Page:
your story has definitely caught my interest.
You know, relatively recently I took a programming course for absolute beginners to see how anyone can learn to program and how they are taught, since I had no idea. The teacher was well-prepared, funny, clever, with great style and I loved his lessons.
The course supported my experience of what I’ve seen many times before. Here’s the algorithm to learn algorithm:
- learn it the bad way
- do it the bad way
- be introduced in a good way
- identify the good way as bad because you were taught opposite
- do it the bad way
Why should the “standard” way of teaching be bad or incorrect in any way? The answer is simple, it’s non-intuitive.
The truth is, the algorithm I wrote relates to imperative vs. functional programming, but it’s so closely related problem that it’s easy to generalize.
There’s a key part that’s missing, and it is absolutely essential and so strongly incorporated into our lives that we don’t realize it’s there and that we desperately need it.
We spend a ton of time in school being taught in a certain way. We learn throughout our lives in a certain way. And suddenly, algorithmization/programming lectures break the rules.
That’s non-intuitive because it is out of our experience and we have to build a new one from scratch.
Your algorithm essentials are correct, but incomplete. I’ll show you mine.
- world/domain definition
- steps to change the world
The first point is the crucial part I’ve been talking about the whole time. We desperately need the definition of the world to be able to survive. Since childhood our world is well-defined by our environment, parents and teachers.
Imagine you wake up one day in a foreign country in year 3017. You don’t understand the language, you don’t understand technology, you don’t survive.
On the other hand, Biology class, or Literature class, or Math class have strictly set borders you are expected to think within. Not saying it’s the good part, it’s just the way you got used to.
What happens to your essentials if you provide a strong domain definition?
- Representation is part of the definition
- Granularity is predetermined by the definition
- Accuracy can be stated only within definition
- Efficiency shouldn’t be here; you need a measure, stability, and in a matter of fact, it’s meta-algorithm, very difficult to assess even after decades of experience
- Interpretation can be ambiguous only if allowed by definition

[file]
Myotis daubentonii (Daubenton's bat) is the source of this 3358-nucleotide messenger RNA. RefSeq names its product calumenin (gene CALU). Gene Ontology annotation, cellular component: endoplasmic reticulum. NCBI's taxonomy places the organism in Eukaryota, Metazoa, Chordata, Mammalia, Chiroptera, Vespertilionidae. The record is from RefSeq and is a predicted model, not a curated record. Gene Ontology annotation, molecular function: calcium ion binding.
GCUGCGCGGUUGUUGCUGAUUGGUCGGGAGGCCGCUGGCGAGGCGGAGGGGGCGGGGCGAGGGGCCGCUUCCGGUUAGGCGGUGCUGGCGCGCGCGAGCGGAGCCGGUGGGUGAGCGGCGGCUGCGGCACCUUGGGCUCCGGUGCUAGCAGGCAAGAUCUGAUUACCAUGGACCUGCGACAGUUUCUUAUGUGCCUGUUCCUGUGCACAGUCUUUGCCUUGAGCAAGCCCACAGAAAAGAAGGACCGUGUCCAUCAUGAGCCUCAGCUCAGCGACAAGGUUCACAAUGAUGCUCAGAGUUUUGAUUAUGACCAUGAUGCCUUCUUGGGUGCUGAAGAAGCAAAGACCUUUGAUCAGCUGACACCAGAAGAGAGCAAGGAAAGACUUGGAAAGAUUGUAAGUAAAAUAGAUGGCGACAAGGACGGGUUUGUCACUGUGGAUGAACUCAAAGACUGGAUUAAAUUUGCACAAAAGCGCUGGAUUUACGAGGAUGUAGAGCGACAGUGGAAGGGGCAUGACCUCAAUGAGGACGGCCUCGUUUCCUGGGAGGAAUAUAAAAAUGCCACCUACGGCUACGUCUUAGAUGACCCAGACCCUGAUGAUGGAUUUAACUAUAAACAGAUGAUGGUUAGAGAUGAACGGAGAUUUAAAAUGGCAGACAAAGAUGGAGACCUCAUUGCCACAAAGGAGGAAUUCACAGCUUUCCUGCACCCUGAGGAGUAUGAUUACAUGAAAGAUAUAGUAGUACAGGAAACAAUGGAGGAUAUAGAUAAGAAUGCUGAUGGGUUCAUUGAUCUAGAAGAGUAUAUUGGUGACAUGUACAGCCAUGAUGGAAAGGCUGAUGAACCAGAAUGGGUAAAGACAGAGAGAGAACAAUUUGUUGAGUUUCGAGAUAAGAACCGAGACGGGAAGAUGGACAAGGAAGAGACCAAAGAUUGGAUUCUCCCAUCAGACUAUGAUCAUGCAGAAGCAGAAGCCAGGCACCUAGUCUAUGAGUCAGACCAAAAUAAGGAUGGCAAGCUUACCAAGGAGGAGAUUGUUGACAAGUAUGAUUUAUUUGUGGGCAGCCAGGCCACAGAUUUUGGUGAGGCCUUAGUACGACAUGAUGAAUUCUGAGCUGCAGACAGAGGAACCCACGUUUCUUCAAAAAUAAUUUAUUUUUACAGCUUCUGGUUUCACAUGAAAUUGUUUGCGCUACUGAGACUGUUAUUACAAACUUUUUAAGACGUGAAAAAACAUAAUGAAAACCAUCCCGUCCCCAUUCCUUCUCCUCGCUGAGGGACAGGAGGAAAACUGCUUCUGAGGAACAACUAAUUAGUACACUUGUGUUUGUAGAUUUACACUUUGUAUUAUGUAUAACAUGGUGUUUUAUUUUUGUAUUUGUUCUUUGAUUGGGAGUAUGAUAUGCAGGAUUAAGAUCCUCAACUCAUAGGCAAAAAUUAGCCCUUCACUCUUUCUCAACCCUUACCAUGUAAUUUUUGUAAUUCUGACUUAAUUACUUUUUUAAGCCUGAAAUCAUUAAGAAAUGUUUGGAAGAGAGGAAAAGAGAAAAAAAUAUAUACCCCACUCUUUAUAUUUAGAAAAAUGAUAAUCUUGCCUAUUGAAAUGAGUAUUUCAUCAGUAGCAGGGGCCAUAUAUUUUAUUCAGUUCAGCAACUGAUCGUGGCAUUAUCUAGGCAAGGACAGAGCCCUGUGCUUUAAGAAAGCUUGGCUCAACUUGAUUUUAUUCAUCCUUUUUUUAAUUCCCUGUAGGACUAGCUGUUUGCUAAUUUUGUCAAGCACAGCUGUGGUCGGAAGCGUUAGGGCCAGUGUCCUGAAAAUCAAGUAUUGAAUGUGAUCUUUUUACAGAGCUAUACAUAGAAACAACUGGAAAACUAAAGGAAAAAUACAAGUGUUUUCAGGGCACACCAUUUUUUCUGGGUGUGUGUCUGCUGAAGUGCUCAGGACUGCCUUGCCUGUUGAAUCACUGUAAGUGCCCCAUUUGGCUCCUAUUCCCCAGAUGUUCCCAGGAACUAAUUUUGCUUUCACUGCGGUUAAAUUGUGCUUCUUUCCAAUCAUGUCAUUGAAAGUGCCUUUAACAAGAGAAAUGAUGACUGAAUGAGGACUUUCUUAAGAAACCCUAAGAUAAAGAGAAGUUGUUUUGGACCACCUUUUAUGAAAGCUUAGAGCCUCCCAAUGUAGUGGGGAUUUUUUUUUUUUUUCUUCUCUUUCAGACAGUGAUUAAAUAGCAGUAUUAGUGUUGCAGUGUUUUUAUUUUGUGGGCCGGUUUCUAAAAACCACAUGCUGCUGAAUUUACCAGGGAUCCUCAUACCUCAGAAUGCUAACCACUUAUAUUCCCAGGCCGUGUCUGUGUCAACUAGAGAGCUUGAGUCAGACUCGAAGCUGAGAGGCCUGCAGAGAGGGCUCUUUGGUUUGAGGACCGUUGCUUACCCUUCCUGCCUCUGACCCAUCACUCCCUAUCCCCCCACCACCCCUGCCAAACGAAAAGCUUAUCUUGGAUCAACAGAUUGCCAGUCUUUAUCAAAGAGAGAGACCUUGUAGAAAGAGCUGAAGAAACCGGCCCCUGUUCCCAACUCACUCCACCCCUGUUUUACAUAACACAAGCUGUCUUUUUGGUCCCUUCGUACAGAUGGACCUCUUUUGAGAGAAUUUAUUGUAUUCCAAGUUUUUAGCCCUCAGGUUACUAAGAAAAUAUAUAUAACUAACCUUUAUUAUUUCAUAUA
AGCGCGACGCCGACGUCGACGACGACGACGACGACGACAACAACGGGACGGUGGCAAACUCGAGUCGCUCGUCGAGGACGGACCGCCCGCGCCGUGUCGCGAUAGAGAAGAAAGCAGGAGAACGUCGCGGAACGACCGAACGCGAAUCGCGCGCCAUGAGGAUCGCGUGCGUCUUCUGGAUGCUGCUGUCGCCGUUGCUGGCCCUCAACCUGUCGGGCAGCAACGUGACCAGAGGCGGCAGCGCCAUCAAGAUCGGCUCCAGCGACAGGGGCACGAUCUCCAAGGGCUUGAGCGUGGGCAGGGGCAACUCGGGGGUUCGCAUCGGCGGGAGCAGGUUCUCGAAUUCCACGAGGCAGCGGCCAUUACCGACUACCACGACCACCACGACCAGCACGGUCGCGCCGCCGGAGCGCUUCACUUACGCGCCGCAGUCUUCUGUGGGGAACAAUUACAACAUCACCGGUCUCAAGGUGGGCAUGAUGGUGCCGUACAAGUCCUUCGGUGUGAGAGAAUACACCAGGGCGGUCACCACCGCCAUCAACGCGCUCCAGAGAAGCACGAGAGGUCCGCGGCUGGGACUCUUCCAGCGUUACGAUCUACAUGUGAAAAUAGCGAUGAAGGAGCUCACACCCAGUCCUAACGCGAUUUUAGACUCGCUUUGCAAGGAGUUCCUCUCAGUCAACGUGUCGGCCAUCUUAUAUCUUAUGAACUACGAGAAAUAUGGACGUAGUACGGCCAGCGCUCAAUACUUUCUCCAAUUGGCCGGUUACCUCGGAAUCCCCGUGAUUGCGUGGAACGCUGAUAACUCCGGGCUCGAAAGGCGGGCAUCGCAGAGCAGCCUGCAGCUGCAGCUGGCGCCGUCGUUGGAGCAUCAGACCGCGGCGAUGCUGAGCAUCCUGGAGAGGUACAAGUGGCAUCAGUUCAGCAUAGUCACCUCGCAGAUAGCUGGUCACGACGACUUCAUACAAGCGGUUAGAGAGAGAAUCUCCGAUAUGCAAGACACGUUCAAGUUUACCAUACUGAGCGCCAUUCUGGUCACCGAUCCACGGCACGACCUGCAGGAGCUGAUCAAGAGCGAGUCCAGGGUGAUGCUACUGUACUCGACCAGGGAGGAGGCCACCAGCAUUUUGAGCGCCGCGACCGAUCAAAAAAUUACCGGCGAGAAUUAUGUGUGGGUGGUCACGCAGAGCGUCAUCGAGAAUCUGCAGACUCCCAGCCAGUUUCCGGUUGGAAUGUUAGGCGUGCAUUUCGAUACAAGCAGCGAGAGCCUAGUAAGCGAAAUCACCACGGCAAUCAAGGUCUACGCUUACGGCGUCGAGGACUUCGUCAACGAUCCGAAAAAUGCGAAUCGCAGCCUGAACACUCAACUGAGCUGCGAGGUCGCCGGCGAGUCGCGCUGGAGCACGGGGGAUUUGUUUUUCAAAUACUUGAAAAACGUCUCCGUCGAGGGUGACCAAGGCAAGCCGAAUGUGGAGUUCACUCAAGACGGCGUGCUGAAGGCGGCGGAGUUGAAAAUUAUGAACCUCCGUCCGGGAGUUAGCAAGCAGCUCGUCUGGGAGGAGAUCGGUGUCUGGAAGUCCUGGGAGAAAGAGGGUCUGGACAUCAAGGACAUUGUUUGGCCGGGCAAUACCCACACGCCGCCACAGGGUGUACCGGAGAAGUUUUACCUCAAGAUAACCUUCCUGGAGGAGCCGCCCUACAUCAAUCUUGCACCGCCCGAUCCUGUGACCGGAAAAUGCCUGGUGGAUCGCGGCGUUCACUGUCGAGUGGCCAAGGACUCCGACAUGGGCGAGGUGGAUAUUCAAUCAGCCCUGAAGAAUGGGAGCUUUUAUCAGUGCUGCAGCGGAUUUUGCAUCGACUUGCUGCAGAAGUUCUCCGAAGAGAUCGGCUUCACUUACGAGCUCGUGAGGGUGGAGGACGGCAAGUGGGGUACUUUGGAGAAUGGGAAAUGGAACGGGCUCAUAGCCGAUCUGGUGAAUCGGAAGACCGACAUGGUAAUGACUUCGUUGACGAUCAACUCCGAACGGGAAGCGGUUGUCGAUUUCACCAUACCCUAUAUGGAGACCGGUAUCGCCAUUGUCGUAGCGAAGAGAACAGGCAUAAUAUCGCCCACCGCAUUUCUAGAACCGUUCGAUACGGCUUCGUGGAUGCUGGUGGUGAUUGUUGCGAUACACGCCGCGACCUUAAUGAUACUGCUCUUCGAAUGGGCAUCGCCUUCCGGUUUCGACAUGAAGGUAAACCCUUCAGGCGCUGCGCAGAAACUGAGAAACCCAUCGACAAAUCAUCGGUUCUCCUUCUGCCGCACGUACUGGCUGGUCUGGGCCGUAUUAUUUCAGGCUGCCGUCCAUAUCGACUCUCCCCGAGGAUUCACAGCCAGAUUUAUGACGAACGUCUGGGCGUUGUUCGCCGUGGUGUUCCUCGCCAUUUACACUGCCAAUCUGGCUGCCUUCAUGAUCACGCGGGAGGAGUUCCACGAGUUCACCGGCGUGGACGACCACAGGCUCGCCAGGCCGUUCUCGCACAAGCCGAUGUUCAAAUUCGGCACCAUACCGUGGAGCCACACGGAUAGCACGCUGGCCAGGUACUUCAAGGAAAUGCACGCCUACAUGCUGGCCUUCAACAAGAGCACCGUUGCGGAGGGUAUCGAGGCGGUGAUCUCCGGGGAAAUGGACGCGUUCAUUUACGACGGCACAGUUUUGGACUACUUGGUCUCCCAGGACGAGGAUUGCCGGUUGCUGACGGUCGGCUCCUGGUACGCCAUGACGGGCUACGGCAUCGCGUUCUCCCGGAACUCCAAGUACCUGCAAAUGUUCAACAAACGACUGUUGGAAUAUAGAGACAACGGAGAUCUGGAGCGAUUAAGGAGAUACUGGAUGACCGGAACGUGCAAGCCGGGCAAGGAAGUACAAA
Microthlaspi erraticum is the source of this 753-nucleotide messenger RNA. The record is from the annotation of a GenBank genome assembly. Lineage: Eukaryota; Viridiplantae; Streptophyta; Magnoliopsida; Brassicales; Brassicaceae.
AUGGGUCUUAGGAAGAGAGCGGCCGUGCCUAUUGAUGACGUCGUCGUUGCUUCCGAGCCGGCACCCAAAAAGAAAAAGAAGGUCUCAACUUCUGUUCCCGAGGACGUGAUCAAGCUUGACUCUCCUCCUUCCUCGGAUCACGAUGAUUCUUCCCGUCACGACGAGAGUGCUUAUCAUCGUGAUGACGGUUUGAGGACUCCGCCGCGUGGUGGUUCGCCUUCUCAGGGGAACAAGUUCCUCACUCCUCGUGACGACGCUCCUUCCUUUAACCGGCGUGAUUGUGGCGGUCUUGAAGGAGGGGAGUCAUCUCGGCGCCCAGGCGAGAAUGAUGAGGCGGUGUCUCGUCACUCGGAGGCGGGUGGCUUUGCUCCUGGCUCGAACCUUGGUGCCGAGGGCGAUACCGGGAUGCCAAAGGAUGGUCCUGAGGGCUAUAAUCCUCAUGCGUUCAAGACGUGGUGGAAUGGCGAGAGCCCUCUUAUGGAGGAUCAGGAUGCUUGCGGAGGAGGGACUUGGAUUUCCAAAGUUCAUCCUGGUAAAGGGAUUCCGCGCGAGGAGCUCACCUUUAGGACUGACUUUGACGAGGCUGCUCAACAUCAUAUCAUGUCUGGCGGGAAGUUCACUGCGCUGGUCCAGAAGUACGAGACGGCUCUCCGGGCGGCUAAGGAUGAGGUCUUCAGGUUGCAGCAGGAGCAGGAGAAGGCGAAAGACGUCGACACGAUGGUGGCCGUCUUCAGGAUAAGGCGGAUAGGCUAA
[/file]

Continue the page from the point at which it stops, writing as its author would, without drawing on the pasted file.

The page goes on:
See where I’m heading? If you provide me a definition of world, we suddenly have a common consensus. What’s the algorithm then?
- initial state of the world or its subdomain (input)
- steps to change the world within the definition (algorithm)
- final state of the world or its subdomain (output)
This description seems like a mathematical function, doesn’t it? It also looks like any task in daily life. And this time it may be introduced gently since we are used to it.
Don’t take me wrong, the boundaries have to be crossed and broken. It’s the best what can happen. But algorithm should be a tool that helps doing it, not a buster.
There were many struggling people I’ve seen. First, they learn Java (representation) and are lost in a foreign country in 3017. Then they seek for a “command” that “repairs the plane” (granularity). And do not understand why it “doesn’t work” and computer only complains (accuracy, interpretation). They spend a huge amount of time on learning and re-learning.
After years of this heroic effort, they are put in front of problem that could be solved easily and they fail. Child would solve it, they don’t. There’s a better way but they no longer believe.
The real quest is, can you take what you know and apply the knowledge within the reality and experience of your students? Can you learn to understand the world the way they do (and you did once) and help them to leverage their own understanding?
How about to begin with, “algorithmization is pretty easy, it’s what you do every day, the only part we need is to help you to realize what you do and don’t know you do it?”